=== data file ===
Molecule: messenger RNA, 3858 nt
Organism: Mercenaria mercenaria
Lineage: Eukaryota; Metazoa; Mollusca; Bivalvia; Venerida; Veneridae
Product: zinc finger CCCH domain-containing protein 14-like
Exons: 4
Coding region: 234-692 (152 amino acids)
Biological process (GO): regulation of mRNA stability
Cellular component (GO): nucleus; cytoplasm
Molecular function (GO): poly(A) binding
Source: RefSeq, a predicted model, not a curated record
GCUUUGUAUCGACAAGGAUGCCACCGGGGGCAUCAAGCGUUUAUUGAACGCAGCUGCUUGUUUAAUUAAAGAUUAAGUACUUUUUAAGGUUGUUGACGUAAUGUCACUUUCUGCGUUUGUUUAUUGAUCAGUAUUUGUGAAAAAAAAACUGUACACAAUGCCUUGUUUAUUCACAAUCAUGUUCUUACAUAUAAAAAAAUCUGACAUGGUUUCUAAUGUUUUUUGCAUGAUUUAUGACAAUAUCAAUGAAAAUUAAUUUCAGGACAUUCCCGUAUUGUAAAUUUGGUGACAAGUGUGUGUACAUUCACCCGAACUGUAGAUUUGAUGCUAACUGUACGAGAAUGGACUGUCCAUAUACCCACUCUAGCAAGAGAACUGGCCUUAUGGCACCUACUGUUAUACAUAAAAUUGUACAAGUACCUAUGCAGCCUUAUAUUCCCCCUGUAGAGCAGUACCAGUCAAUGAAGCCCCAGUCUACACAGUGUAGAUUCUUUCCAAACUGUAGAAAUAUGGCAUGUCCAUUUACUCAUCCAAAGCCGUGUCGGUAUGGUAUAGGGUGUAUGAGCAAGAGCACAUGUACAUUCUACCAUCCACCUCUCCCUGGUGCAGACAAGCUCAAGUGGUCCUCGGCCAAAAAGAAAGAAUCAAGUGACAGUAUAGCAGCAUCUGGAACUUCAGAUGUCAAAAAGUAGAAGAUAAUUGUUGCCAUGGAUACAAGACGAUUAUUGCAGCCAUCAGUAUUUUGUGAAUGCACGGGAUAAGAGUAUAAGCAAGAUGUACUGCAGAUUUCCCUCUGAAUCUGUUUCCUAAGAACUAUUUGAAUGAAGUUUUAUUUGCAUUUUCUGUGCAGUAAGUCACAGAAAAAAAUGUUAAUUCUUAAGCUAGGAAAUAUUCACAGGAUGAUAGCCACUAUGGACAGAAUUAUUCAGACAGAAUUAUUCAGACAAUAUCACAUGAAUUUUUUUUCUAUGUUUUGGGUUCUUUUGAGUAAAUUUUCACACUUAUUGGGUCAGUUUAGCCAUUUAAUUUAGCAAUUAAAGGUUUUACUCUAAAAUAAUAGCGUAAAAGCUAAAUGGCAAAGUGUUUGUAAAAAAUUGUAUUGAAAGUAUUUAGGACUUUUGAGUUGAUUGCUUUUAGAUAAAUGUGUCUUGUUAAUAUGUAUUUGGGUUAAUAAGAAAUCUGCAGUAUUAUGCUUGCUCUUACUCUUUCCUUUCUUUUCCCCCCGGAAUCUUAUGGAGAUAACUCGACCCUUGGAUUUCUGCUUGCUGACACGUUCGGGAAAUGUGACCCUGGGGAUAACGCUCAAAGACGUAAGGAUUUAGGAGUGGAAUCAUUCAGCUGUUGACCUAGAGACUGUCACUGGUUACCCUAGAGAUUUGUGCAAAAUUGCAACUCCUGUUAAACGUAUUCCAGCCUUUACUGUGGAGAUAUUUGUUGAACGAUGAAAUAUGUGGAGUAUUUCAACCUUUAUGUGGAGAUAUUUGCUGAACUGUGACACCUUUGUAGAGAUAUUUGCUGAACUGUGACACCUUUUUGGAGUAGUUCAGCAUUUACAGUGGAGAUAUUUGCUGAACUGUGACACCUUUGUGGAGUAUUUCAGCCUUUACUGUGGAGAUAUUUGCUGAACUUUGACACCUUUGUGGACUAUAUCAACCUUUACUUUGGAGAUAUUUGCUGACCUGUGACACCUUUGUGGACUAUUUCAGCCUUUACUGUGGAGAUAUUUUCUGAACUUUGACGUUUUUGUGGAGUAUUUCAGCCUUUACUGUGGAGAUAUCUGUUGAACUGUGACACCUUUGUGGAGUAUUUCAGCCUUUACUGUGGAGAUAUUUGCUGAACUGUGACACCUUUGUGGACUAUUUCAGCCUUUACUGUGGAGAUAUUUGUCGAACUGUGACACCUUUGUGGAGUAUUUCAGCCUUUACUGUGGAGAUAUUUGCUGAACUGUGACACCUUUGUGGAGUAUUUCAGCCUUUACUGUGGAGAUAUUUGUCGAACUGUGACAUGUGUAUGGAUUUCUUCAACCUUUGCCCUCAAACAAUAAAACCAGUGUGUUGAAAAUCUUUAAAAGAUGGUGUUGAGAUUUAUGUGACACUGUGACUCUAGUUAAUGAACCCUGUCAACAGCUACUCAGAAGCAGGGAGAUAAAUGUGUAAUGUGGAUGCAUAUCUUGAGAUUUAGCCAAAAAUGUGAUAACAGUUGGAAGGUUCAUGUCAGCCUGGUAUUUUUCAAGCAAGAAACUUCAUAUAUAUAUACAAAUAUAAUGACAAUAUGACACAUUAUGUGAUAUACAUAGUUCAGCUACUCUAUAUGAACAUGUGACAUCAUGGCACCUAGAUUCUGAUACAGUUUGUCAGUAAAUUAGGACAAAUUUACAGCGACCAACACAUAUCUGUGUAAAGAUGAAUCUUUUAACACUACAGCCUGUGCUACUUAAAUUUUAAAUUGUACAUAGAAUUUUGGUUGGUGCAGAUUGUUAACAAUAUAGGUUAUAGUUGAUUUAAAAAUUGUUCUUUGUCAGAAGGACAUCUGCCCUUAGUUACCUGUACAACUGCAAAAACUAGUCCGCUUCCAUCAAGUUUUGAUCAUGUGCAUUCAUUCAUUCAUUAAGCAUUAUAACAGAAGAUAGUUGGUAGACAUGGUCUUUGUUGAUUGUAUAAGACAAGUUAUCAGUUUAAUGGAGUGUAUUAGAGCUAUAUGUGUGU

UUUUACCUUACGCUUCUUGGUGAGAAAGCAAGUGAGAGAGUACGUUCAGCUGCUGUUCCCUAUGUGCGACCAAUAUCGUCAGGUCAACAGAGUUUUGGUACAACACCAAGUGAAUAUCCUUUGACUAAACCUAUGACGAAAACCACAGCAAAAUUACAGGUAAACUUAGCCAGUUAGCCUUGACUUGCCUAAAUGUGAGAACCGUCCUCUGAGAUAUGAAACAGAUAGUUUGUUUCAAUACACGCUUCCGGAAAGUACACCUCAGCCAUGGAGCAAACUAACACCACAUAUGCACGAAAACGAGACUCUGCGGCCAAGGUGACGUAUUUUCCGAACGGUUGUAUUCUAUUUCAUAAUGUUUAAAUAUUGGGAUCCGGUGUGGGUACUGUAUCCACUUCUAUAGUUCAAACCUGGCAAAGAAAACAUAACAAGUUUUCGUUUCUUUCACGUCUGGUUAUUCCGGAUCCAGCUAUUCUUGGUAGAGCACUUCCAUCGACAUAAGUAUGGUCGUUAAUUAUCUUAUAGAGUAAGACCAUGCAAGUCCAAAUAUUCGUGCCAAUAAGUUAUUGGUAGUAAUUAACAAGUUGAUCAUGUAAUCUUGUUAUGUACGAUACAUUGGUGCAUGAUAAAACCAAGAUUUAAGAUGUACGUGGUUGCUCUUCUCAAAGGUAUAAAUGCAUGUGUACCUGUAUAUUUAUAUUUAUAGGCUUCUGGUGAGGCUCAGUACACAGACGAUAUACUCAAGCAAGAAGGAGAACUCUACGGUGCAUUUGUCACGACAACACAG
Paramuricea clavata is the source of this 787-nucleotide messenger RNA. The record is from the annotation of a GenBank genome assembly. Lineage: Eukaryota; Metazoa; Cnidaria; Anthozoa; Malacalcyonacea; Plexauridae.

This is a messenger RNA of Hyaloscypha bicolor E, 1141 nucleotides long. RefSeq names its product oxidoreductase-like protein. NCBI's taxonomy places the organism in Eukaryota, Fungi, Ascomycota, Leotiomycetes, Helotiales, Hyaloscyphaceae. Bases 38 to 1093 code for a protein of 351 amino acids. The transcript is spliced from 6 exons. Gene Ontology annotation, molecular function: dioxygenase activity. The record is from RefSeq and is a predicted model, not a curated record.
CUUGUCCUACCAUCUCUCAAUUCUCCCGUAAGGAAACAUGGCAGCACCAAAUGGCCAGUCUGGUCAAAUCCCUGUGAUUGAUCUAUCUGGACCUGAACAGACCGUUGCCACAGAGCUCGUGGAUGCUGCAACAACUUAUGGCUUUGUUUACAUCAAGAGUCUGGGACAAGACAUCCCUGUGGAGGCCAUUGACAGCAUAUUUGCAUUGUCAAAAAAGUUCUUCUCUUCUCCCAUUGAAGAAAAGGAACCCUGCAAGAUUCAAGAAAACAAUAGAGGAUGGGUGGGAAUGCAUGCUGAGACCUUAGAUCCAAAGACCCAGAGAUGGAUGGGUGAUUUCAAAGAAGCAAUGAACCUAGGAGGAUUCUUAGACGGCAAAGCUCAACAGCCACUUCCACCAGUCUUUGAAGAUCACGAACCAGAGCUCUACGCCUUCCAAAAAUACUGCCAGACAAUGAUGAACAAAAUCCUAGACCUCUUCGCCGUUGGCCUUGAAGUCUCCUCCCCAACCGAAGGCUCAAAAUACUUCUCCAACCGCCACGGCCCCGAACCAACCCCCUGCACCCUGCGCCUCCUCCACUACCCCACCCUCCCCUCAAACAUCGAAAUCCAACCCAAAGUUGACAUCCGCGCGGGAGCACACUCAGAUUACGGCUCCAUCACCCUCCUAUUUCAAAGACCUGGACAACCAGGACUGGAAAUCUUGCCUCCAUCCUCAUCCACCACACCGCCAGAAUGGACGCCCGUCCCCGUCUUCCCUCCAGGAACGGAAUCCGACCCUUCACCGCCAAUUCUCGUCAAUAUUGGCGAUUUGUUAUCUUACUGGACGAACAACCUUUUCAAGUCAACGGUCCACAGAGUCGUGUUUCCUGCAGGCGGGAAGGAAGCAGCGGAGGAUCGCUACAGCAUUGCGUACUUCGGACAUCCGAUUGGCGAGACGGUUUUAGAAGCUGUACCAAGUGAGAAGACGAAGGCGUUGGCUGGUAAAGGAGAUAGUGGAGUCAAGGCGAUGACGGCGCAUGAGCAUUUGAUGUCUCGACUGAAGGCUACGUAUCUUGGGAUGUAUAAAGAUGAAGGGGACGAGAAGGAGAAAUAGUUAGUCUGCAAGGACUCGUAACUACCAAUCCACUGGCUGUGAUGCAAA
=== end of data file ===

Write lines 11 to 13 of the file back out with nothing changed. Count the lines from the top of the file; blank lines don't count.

GCUUUGUAUCGACAAGGAUGCCACCGGGGGCAUCAAGCGUUUAUUGAACGCAGCUGCUUGUUUAAUUAAAGAUUAAGUACUUUUUAAGGUUGUUGACGUAAUGUCACUUUCUGCGUUUGUUUAUUGAUCAGUAUUUGUGAAAAAAAAACUGUACACAAUGCCUUGUUUAUUCACAAUCAUGUUCUUACAUAUAAAAAAAUCUGACAUGGUUUCUAAUGUUUUUUGCAUGAUUUAUGACAAUAUCAAUGAAAAUUAAUUUCAGGACAUUCCCGUAUUGUAAAUUUGGUGACAAGUGUGUGUACAUUCACCCGAACUGUAGAUUUGAUGCUAACUGUACGAGAAUGGACUGUCCAUAUACCCACUCUAGCAAGAGAACUGGCCUUAUGGCACCUACUGUUAUACAUAAAAUUGUACAAGUACCUAUGCAGCCUUAUAUUCCCCCUGUAGAGCAGUACCAGUCAAUGAAGCCCCAGUCUACACAGUGUAGAUUCUUUCCAAACUGUAGAAAUAUGGCAUGUCCAUUUACUCAUCCAAAGCCGUGUCGGUAUGGUAUAGGGUGUAUGAGCAAGAGCACAUGUACAUUCUACCAUCCACCUCUCCCUGGUGCAGACAAGCUCAAGUGGUCCUCGGCCAAAAAGAAAGAAUCAAGUGACAGUAUAGCAGCAUCUGGAACUUCAGAUGUCAAAAAGUAGAAGAUAAUUGUUGCCAUGGAUACAAGACGAUUAUUGCAGCCAUCAGUAUUUUGUGAAUGCACGGGAUAAGAGUAUAAGCAAGAUGUACUGCAGAUUUCCCUCUGAAUCUGUUUCCUAAGAACUAUUUGAAUGAAGUUUUAUUUGCAUUUUCUGUGCAGUAAGUCACAGAAAAAAAUGUUAAUUCUUAAGCUAGGAAAUAUUCACAGGAUGAUAGCCACUAUGGACAGAAUUAUUCAGACAGAAUUAUUCAGACAAUAUCACAUGAAUUUUUUUUCUAUGUUUUGGGUUCUUUUGAGUAAAUUUUCACACUUAUUGGGUCAGUUUAGCCAUUUAAUUUAGCAAUUAAAGGUUUUACUCUAAAAUAAUAGCGUAAAAGCUAAAUGGCAAAGUGUUUGUAAAAAAUUGUAUUGAAAGUAUUUAGGACUUUUGAGUUGAUUGCUUUUAGAUAAAUGUGUCUUGUUAAUAUGUAUUUGGGUUAAUAAGAAAUCUGCAGUAUUAUGCUUGCUCUUACUCUUUCCUUUCUUUUCCCCCCGGAAUCUUAUGGAGAUAACUCGACCCUUGGAUUUCUGCUUGCUGACACGUUCGGGAAAUGUGACCCUGGGGAUAACGCUCAAAGACGUAAGGAUUUAGGAGUGGAAUCAUUCAGCUGUUGACCUAGAGACUGUCACUGGUUACCCUAGAGAUUUGUGCAAAAUUGCAACUCCUGUUAAACGUAUUCCAGCCUUUACUGUGGAGAUAUUUGUUGAACGAUGAAAUAUGUGGAGUAUUUCAACCUUUAUGUGGAGAUAUUUGCUGAACUGUGACACCUUUGUAGAGAUAUUUGCUGAACUGUGACACCUUUUUGGAGUAGUUCAGCAUUUACAGUGGAGAUAUUUGCUGAACUGUGACACCUUUGUGGAGUAUUUCAGCCUUUACUGUGGAGAUAUUUGCUGAACUUUGACACCUUUGUGGACUAUAUCAACCUUUACUUUGGAGAUAUUUGCUGACCUGUGACACCUUUGUGGACUAUUUCAGCCUUUACUGUGGAGAUAUUUUCUGAACUUUGACGUUUUUGUGGAGUAUUUCAGCCUUUACUGUGGAGAUAUCUGUUGAACUGUGACACCUUUGUGGAGUAUUUCAGCCUUUACUGUGGAGAUAUUUGCUGAACUGUGACACCUUUGUGGACUAUUUCAGCCUUUACUGUGGAGAUAUUUGUCGAACUGUGACACCUUUGUGGAGUAUUUCAGCCUUUACUGUGGAGAUAUUUGCUGAACUGUGACACCUUUGUGGAGUAUUUCAGCCUUUACUGUGGAGAUAUUUGUCGAACUGUGACAUGUGUAUGGAUUUCUUCAACCUUUGCCCUCAAACAAUAAAACCAGUGUGUUGAAAAUCUUUAAAAGAUGGUGUUGAGAUUUAUGUGACACUGUGACUCUAGUUAAUGAACCCUGUCAACAGCUACUCAGAAGCAGGGAGAUAAAUGUGUAAUGUGGAUGCAUAUCUUGAGAUUUAGCCAAAAAUGUGAUAACAGUUGGAAGGUUCAUGUCAGCCUGGUAUUUUUCAAGCAAGAAACUUCAUAUAUAUAUACAAAUAUAAUGACAAUAUGACACAUUAUGUGAUAUACAUAGUUCAGCUACUCUAUAUGAACAUGUGACAUCAUGGCACCUAGAUUCUGAUACAGUUUGUCAGUAAAUUAGGACAAAUUUACAGCGACCAACACAUAUCUGUGUAAAGAUGAAUCUUUUAACACUACAGCCUGUGCUACUUAAAUUUUAAAUUGUACAUAGAAUUUUGGUUGGUGCAGAUUGUUAACAAUAUAGGUUAUAGUUGAUUUAAAAAUUGUUCUUUGUCAGAAGGACAUCUGCCCUUAGUUACCUGUACAACUGCAAAAACUAGUCCGCUUCCAUCAAGUUUUGAUCAUGUGCAUUCAUUCAUUCAUUAAGCAUUAUAACAGAAGAUAGUUGGUAGACAUGGUCUUUGUUGAUUGUAUAAGACAAGUUAUCAGUUUAAUGGAGUGUAUUAGAGCUAUAUGUGUGU

UUUUACCUUACGCUUCUUGGUGAGAAAGCAAGUGAGAGAGUACGUUCAGCUGCUGUUCCCUAUGUGCGACCAAUAUCGUCAGGUCAACAGAGUUUUGGUACAACACCAAGUGAAUAUCCUUUGACUAAACCUAUGACGAAAACCACAGCAAAAUUACAGGUAAACUUAGCCAGUUAGCCUUGACUUGCCUAAAUGUGAGAACCGUCCUCUGAGAUAUGAAACAGAUAGUUUGUUUCAAUACACGCUUCCGGAAAGUACACCUCAGCCAUGGAGCAAACUAACACCACAUAUGCACGAAAACGAGACUCUGCGGCCAAGGUGACGUAUUUUCCGAACGGUUGUAUUCUAUUUCAUAAUGUUUAAAUAUUGGGAUCCGGUGUGGGUACUGUAUCCACUUCUAUAGUUCAAACCUGGCAAAGAAAACAUAACAAGUUUUCGUUUCUUUCACGUCUGGUUAUUCCGGAUCCAGCUAUUCUUGGUAGAGCACUUCCAUCGACAUAAGUAUGGUCGUUAAUUAUCUUAUAGAGUAAGACCAUGCAAGUCCAAAUAUUCGUGCCAAUAAGUUAUUGGUAGUAAUUAACAAGUUGAUCAUGUAAUCUUGUUAUGUACGAUACAUUGGUGCAUGAUAAAACCAAGAUUUAAGAUGUACGUGGUUGCUCUUCUCAAAGGUAUAAAUGCAUGUGUACCUGUAUAUUUAUAUUUAUAGGCUUCUGGUGAGGCUCAGUACACAGACGAUAUACUCAAGCAAGAAGGAGAACUCUACGGUGCAUUUGUCACGACAACACAG
Paramuricea clavata is the source of this 787-nucleotide messenger RNA. The record is from the annotation of a GenBank genome assembly. Lineage: Eukaryota; Metazoa; Cnidaria; Anthozoa; Malacalcyonacea; Plexauridae.